Turkey swapped 180 IS militants for 49 hostages
Author: Taraf (Turkey) Posted October 2, 2014
Details of the exchange made with the Islamic State (IS) to release 49 Turkish hostages are becoming clearer after President Recep Tayyip Erdogan signaled at an exchange by saying, “So what if there was an exchange?”
In return for the consulate personnel, 180 militants were handed over to IS, including some senior officials of the organization: 180 IS personnel were first assembled at Van and then delivered to IS in batches.
This is the background of the release of the 49 hostages:
The process began with the US air attacks against IS. The United States asked Turkey not to release IS militants undergoing medical treatment in Turkey and warned Turkey not to free IS people apprehended in Turkey. IS, for its part, pressed the government to release the detained IS personnel and those undergoing treatment.
The AKP government, squeezed by the United States and IS, then developed an exchange formula to hand over IS militants in Turkey in return for hostages. It was claimed that with this diplomatic formula Turkey ensured the release of the hostages while getting rid of the IS people on its territory. Turkish security units were not directly engaged in an operation during the release of the hostages.
Notables of pro-US Iraqi tribes played an important role in the exchange process. After the agreement was reached, IS brought the hostages to the border and informed the Turkish National Intelligence Organization (MIT). There, Turkish security units took over the hostages. The release of IS militants followed the release of Turkish hostages and took about one week. IS militants undergoing medical treatment and those detained in prisons were brought forth and held in Van before being delivered to IS in batches. It is not yet known whether the IS militants who attacked police at Nigde were among those handed over. Reports say they were included in the initial list of IS militants to be released, but were taken off the list after reactions.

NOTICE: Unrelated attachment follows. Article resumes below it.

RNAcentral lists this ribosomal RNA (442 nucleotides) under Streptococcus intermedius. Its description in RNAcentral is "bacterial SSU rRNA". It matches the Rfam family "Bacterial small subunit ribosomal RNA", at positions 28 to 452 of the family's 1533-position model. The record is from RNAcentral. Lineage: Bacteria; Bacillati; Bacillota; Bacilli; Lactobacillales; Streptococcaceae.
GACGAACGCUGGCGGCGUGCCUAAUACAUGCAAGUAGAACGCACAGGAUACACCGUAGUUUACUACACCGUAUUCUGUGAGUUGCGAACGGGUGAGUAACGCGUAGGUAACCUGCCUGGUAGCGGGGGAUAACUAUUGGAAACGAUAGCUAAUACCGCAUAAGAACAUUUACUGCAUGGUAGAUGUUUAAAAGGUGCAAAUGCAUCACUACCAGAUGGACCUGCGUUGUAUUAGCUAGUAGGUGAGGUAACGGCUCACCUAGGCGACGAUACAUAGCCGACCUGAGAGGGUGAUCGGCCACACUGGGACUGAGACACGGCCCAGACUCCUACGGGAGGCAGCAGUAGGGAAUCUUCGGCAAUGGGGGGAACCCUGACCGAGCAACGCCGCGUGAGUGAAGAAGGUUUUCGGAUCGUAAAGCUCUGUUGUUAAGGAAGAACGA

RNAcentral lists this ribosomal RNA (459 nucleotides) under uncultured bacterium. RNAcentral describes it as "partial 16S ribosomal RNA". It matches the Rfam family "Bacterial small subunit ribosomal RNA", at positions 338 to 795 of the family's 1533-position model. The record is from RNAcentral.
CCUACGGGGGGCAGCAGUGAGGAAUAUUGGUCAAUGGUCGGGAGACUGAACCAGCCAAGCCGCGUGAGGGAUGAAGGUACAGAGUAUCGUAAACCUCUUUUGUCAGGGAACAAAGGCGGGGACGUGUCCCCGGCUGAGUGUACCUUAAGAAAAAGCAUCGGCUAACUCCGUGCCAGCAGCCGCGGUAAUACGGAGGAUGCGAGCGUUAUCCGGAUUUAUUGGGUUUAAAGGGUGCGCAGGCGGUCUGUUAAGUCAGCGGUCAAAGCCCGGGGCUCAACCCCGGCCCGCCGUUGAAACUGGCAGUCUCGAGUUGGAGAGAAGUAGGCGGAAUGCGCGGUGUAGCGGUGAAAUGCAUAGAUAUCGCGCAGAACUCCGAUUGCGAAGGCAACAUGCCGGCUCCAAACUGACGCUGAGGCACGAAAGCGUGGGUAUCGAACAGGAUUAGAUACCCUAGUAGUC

No weapons were given or money paid for the hostages. But in the very first days of the crisis, a certain amount of money was paid to IS officials. Release of hostages also revealed three power centers involved in the issue. After the release of hostages, the presidency, the prime ministry and MIT mobilized their supporters in the media to play up and glorify their roles. This was seen as the first secret power struggle in Ankara since Erdogan became president. Ankara political circles say this was the way MIT chief Hakan Fidan conveyed a message of “I count also.”
Read More: http://www.al-monitor.com/pulse/security/2014/10/turkey-iraq-syria-isis-hostages.html